We’re a community that helps you learn to code, then get experience by contributing to open source projects used by nonprofits.
You'll learn to code by completing coding challenges and building projects. You'll also earn verified certifications along the way. We also encourage you to join a study group in your city so you can code in-person with other people.
Yes. Every aspect of freeCodeCamp is 100% free.
Yes. Every year, thousands of people who join the freeCodeCamp community get their first software developer job. If you're curious, you can browse our alumni network on LinkedIn here.
If you add up all the people who use our learning platform, read our news articles, watch our YouTube channel, and post on our forum, each month we help millions of people learn about coding and technology.
Yes. Our cryptographically signed wallet details are here.
Each certification takes around 300 hours of dedicated learning. Some people may take longer. These certifications are completely self-paced, so take as long as you need.
No. A lot of coding bootcamps use freeCodeCamp as part of their curriculum, though.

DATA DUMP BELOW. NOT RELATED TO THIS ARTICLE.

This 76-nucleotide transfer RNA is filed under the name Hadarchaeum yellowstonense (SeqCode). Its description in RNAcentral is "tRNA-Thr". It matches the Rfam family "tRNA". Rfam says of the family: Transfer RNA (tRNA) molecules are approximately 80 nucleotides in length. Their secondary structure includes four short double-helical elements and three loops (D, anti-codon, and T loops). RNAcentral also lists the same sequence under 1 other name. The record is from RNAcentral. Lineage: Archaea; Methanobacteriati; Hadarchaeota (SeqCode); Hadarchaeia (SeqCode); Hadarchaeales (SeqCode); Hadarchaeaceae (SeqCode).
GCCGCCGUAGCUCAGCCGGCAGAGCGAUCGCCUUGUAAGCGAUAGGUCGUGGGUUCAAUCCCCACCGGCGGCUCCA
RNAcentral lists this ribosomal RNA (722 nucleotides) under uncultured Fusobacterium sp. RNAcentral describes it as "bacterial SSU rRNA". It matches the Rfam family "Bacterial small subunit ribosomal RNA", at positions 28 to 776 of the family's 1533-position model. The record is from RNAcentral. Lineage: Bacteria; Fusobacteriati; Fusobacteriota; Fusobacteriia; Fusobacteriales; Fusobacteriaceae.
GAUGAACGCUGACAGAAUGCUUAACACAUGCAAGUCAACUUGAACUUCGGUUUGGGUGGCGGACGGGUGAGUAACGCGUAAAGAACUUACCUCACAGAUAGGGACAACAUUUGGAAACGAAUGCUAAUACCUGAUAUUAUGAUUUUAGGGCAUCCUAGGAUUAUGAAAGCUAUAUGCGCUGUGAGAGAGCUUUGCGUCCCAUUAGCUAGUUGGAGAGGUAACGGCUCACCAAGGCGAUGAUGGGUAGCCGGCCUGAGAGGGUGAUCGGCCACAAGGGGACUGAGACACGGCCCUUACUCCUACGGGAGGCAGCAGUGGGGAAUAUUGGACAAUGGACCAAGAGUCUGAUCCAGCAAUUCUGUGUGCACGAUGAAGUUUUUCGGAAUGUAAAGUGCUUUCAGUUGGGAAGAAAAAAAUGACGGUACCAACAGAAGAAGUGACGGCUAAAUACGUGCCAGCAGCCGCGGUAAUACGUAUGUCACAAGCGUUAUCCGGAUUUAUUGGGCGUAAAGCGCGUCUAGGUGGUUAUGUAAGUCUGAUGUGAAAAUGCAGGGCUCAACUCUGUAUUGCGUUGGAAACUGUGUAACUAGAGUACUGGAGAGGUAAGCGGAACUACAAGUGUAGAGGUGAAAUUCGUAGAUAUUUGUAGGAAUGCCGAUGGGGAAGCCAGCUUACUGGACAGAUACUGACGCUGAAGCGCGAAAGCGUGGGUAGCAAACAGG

No. Please don’t drop out of college just to pursue freeCodeCamp. You can pursue both concurrently. Even though you don’t need a 4-year degree to work as a software developer, it still helps a lot.
We’ve put a lot of thought into how we introduce concepts. But you’re free to jump around.
As long as your code is publicly viewable somewhere on the internet, and you have a live demo, you can use whatever tools you want.
Quincy started the freeCodeCamp community in 2014. He is now just one of thousands of active contributors.
Yes. Many high school, college, and adult ed programs incorporate freeCodeCamp into their coursework. We're open source, so no license or special permission from us is necessary. We're even building special tools for teachers.
Yes. We welcome this. Also, don't be shy about "spoiling" projects or challenges. The solutions to all of these challenges are already all over the internet.
Yes. freeCodeCamp is open source (BSD-3 license), and most non-sensitive freeCodeCamp data is publicly available. But you must make it clear that you don't represent freeCodeCamp itself, and that your project is not officially endorsed by freeCodeCamp.
You can learn on the go by listening to the freeCodeCamp Podcast or watching freeCodeCamp's YouTube channel. And if you want a mobile app designed specifically for learning to code, we recommend Grasshopper. It's free and designed by a freeCodeCamp contributor and her team. You can download it on iOS or Android.
We're a small donor-supported nonprofit. We've hired several prominent contributors from within the freeCodeCamp community, but you're much more likely to get a job at one of the hundreds of companies where freeCodeCamp alumni work.
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